“Amid the smoke, chaos and debris, Crowther helped injured and disoriented office workers to safety, risking his own life in the process. Though they couldn’t see much through the haze, those he saved recalled a tall figure wearing a red bandana to shield his lungs and mouth.
“… In what’s been described as a “strong, authoritative voice,” Crowther directed survivors to the stairway and encouraged them to help others while he carried an injured woman on his back. After bringing her 15 floors down to safety, he made his way back up to help others.”
“Everyone who can stand, stand now,” Crowther told survivors while directing them to a stairway exit. “If you can help others, do so.”
Crowther is credited with saving at least a dozen people that day.
And another hero story of 911:
“Rick Rescorla was already a hero of the battlefields of Vietnam, where he earned the Silver Star and other awards for his exploits as an Army officer. Rescorla, who had been featured on the cover of the book We Were Soldiers Once…And Young,” would often sing to his men to calm them down while under fire, using songs of his youth while growing up in the United Kingdom. Many more in the South Tower would hear his songs on September 11, where Rescorla was working as head of corporate security for Morgan Stanley.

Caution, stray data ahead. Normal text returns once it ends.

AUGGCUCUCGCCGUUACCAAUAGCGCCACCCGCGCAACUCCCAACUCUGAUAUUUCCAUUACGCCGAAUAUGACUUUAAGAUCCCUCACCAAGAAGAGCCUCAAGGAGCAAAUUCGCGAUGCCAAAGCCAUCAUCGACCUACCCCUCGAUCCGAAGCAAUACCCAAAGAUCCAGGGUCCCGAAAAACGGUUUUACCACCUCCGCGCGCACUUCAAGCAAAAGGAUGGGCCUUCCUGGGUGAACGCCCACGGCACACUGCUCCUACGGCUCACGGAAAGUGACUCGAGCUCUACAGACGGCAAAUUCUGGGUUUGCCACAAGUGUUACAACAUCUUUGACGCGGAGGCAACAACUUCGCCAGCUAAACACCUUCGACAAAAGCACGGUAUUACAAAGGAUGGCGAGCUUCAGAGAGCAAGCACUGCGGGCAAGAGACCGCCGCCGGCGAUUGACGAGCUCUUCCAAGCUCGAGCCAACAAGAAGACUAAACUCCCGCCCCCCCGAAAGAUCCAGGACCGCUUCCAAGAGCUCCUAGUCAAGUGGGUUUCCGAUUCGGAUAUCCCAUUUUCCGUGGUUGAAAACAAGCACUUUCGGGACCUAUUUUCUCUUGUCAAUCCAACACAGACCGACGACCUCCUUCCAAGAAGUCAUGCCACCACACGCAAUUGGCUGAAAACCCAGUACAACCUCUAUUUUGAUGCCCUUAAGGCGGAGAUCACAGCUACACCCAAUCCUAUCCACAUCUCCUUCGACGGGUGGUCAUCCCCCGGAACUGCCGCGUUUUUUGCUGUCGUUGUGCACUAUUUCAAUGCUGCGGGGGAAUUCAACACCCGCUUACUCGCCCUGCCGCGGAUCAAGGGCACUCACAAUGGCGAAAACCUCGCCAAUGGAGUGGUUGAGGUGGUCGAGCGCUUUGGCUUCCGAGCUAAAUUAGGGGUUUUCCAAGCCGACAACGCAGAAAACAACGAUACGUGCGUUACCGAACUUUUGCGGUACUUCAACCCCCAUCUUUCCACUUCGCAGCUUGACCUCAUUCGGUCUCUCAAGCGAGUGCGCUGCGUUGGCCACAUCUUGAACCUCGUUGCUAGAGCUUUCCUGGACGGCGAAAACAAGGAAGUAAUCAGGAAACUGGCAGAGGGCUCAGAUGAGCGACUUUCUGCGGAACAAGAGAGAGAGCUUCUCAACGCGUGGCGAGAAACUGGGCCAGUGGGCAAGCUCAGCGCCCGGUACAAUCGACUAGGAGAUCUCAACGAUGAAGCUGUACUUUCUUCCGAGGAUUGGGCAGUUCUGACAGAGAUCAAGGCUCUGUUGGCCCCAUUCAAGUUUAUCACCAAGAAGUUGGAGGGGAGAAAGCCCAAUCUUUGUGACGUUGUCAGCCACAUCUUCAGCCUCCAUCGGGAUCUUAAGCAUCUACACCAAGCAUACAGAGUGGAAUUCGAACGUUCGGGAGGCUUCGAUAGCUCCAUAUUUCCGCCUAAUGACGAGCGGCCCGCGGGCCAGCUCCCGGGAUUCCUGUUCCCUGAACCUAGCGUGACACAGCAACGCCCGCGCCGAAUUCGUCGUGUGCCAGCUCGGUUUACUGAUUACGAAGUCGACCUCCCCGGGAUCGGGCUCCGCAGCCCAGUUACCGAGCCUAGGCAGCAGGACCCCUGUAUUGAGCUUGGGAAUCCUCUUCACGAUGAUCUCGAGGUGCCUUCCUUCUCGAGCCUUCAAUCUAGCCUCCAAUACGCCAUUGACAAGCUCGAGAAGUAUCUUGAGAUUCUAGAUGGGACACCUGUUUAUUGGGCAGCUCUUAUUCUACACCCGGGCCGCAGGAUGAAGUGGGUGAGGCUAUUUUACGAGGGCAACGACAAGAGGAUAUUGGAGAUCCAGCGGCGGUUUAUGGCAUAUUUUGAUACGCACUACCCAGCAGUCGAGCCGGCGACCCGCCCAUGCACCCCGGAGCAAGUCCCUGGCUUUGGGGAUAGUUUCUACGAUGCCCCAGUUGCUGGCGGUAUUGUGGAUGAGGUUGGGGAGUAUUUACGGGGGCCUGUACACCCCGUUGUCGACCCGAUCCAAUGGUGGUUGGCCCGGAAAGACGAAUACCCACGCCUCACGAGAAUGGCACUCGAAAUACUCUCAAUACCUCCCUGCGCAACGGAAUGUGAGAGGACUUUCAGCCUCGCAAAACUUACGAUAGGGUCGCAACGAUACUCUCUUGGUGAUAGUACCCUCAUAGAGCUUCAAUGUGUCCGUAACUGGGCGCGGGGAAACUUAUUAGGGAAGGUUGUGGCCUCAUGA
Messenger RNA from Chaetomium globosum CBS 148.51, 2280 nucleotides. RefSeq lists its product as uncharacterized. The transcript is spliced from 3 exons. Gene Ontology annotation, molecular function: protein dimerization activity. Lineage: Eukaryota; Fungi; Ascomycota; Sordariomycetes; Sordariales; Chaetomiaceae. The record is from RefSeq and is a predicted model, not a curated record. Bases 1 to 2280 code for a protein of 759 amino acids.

When American Flight 11 hit the tower next to him, Port Authority ordered Rescorla to keep his employees at their desks, but Rescorla who had frequently warned the Port Authority and his company about the World Trade Center’s security weaknesses, had already issued the order to evacuate. He had made Morgan Stanley employees practice emergency drills for years, and
it paid off that day: Just 16 minutes after the first plane hit the opposite tower, more than 2,700 employees and visitors were out when the second plane hit their building.”
We remember an ancient battle in our passage in Exodus 14 today. This battle and the victory belonged to the Lord. After the 10th plague is visited on his people and the firstborn children die, Pharaoh summons Moses and Aaron in the night and orders them, “Rise up, go away from my people, both you and the Israelites! Go, worship the Lord, as you said.”